FDr: Chris Evans. [laughter]

J: "He's nice to look at. There's a lot of action even from the very beginning of the movie."

FDr: "Yes, it begins in medias res as in the first Indiana Jones film. You have this shot here [see my last post]. The one film technique I noticed is the tendency to try to have as many superheroes as possible in the shot simultaneously fighting. There's another similar shot late in the movie when everyone's battling all of the robots at once. Then there's also the statue of them all fighting in a frozen tableau."

E: "It bothered me that at the beginning you have no idea why they're fighting. They take on an enemy that didn't even go on throughout the rest of the movie. Here are these two twins that want Loki's scepter."

FDr: "You've got to get the Loki scepter to get the little glowing thing out of it. How much are we supposed to take seriously the five rocks?"

W: "They're in all of the Marvel movies."

FDr: "They are?"

D: "Yes, and then the twins take away from the characterization of the others when you have 8 superheroes."

L: "When you see the twins, his power is so much less cool than hers. Scarlet Witch can control things with her mind."

JH: "I really liked the flashback scenes, because it helps give a greater depth of the characters. It adds more layers of meaning, instead of more action."

FDr: "I agree, but aren't those flashbacks more like dream visions?"

E: "They were like fears."

B: "The Thor one is like telling you about the next Thor movie."

FDr: "Meanwhile, Thor ends up going down to the earth with his scientist buddy. My wife and I were totally confused by it. You can call that intellectual or just incoherent."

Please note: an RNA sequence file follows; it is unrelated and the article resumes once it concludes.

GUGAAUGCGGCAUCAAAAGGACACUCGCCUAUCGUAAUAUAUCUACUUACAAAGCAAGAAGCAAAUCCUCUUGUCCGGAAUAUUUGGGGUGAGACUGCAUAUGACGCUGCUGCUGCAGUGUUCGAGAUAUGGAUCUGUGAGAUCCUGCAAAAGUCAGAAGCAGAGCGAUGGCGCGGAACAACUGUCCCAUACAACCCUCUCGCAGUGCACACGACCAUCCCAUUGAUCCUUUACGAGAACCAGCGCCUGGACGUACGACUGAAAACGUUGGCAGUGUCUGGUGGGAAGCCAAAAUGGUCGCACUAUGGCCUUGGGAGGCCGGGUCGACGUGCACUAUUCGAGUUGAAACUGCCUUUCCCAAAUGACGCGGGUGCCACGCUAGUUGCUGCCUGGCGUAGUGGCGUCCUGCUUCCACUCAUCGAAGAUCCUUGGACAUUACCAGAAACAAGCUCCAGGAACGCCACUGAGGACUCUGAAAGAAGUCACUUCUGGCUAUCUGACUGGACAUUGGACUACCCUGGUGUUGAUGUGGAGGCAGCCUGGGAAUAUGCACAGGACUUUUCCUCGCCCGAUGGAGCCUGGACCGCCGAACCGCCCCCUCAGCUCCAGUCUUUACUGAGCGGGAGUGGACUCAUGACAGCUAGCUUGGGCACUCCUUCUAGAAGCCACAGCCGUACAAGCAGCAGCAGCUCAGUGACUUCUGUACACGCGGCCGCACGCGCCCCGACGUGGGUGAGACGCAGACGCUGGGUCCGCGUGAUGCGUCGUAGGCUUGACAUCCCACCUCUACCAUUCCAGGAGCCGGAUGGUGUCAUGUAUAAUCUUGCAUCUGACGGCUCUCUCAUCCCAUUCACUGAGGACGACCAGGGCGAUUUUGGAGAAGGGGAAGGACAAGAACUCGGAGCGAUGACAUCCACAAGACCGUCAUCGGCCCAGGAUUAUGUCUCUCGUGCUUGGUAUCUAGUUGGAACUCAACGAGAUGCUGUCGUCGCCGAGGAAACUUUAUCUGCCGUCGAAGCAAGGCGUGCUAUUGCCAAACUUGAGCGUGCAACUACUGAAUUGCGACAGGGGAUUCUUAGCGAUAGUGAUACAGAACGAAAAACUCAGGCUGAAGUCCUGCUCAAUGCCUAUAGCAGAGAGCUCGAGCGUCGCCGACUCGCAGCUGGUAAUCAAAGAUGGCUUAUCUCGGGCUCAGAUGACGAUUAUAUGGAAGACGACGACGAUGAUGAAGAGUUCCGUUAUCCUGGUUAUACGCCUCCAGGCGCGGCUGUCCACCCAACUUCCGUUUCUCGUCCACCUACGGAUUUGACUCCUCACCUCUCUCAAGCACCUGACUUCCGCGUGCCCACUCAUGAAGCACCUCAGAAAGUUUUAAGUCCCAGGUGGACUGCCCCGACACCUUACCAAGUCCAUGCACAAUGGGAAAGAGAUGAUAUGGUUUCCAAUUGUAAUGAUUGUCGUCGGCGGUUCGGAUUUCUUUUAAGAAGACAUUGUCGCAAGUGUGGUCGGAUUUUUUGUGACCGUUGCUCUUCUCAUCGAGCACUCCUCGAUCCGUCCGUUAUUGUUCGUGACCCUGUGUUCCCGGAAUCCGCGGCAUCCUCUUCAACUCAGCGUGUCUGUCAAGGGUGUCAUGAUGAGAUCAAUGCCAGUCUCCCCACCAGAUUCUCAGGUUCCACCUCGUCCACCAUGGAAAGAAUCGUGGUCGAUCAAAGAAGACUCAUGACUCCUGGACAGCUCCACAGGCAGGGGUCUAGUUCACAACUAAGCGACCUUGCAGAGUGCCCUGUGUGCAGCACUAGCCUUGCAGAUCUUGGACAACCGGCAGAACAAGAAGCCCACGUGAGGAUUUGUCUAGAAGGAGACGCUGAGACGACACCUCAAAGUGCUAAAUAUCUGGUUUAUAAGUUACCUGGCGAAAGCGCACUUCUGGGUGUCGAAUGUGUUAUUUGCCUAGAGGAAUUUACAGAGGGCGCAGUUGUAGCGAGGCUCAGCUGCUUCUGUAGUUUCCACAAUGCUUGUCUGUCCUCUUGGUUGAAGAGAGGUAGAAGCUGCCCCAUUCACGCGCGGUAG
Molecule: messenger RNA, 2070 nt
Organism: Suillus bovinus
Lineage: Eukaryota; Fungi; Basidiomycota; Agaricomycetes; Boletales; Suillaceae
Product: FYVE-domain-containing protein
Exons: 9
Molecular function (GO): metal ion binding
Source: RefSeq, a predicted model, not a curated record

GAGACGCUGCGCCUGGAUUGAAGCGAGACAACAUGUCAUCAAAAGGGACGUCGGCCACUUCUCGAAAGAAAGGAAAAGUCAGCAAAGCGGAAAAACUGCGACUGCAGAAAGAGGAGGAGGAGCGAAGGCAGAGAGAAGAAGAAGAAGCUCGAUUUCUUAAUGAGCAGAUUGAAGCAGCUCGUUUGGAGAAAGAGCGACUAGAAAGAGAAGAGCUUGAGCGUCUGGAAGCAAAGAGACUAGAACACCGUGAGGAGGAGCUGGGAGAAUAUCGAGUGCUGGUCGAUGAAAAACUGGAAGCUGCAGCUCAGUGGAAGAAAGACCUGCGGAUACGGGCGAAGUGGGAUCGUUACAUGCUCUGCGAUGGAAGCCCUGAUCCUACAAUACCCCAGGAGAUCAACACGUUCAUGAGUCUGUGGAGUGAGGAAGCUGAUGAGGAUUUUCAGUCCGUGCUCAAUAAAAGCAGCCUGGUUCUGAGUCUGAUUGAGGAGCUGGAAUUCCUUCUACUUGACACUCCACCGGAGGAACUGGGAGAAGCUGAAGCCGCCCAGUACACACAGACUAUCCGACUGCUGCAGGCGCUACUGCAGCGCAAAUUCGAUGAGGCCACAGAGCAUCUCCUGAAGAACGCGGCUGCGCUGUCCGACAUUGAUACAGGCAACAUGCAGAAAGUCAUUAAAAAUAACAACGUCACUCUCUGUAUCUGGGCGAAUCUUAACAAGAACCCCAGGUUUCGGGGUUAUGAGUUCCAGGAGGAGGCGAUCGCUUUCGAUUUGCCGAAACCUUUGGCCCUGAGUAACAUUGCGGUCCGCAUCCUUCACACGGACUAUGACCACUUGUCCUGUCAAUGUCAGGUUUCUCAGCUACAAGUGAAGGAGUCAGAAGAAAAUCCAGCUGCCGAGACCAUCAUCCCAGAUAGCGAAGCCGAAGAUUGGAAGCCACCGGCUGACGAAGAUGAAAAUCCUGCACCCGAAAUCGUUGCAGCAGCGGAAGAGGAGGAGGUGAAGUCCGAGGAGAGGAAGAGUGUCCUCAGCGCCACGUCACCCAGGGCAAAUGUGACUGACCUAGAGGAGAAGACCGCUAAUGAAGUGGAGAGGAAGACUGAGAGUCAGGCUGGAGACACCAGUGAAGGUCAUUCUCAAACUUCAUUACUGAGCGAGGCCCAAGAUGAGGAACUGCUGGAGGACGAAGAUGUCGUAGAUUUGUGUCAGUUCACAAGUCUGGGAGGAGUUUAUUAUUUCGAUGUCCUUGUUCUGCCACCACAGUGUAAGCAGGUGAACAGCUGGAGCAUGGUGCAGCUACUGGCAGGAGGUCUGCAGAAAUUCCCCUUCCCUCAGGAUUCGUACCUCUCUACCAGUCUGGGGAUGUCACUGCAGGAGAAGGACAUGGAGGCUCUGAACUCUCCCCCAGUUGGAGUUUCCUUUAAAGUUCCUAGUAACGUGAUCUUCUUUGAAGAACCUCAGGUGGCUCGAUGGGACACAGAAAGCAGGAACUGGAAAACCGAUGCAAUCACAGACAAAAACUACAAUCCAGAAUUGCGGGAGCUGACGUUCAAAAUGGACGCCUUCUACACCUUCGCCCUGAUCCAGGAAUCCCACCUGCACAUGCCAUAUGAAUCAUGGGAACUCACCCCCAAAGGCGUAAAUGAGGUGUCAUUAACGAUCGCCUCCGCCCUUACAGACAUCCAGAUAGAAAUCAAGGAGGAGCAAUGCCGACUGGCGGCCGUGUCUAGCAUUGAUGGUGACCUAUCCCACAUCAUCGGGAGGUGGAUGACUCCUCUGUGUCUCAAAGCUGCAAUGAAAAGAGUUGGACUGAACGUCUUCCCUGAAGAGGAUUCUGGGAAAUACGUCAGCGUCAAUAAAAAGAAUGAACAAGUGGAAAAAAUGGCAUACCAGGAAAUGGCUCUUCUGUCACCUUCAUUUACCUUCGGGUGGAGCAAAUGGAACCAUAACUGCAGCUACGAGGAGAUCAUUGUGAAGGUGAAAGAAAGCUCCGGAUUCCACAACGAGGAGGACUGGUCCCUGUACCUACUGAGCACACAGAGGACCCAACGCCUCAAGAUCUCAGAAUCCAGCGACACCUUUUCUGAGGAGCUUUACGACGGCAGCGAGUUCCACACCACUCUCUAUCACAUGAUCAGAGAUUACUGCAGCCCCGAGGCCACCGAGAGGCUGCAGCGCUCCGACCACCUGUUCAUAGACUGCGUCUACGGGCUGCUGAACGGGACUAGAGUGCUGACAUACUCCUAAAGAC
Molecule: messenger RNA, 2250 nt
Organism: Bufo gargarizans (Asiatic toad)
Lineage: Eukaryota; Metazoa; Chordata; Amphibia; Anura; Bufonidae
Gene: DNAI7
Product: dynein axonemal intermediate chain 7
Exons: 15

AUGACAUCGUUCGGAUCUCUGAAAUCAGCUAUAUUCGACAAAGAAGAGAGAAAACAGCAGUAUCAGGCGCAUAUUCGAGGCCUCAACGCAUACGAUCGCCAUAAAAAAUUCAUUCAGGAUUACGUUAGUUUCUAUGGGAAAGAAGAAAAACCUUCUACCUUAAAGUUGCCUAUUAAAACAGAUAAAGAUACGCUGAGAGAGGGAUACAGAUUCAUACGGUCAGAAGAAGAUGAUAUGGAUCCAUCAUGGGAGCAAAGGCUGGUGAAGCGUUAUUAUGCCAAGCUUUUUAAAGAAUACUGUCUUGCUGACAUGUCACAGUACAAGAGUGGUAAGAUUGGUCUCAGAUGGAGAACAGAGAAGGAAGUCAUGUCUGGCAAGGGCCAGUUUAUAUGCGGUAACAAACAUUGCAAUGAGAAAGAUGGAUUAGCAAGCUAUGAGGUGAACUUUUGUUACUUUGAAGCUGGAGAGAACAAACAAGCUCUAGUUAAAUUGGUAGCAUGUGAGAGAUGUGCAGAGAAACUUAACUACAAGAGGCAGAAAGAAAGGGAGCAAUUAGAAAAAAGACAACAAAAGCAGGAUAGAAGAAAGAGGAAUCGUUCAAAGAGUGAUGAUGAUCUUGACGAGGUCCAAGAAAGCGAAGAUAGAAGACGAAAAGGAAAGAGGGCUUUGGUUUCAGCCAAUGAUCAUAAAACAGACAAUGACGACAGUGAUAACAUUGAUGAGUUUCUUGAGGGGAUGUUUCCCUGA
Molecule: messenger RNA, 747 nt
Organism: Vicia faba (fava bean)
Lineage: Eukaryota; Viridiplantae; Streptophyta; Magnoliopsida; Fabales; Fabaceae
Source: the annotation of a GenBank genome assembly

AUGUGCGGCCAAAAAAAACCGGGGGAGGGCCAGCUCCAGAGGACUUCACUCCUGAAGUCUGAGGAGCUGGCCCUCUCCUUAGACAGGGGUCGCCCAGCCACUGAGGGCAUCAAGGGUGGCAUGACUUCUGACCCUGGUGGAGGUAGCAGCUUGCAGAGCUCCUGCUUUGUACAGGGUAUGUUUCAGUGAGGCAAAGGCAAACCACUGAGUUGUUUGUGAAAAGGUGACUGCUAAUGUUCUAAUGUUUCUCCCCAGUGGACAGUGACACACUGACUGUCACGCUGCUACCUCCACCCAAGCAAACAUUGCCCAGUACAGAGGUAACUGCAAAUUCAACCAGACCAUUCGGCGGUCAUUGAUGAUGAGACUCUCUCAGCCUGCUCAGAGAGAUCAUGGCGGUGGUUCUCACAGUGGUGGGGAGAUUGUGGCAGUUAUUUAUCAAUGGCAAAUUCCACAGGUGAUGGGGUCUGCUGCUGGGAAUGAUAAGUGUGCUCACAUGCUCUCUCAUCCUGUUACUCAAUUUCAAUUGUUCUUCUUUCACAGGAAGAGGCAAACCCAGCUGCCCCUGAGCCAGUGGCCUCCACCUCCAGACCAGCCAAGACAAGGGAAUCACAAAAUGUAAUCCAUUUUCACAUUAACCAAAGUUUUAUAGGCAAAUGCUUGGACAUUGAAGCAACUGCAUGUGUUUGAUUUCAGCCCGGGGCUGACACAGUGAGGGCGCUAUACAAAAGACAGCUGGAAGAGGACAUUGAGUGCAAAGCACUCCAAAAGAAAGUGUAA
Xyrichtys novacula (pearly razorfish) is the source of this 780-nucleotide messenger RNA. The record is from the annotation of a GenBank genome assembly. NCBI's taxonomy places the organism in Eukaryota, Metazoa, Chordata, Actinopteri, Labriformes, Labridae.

B: "It had something to do with Norse mythology."

FDr: "I like the way you say the Scarlet Witch has cooler superhero powers, because that seems typical of superhero aesthetics. I personally can't stand Thor. He is insufferable, because he's a God and he's inherently boring for that reason."

E: "I noticed that small kids at the theater got restless quickly. Any scene that didn't involve a lot of fighting, they got really bored and were running up and down the aisles."

FDr: "One could say modern-day superhero films are designed for adults who think like children, people who play video games into their 30s and 40s--that's the ideal audience? Sort of like permanent immaturity, permanent nerdiness endlessly and commercially affirmed forever?" [Somehow, we shift to discussing Vision.]

LR: "I found the whole idea of Vision a little bit too convenient. All of a sudden they can create this perfect guy who can just happen to pick up Thor's hammer and fulfill a purpose for the plot."

B: "Vision is pretty much just exactly Deus Ex Machina. The comic books explain that he's completely human but he doesn't have a flesh and blood body."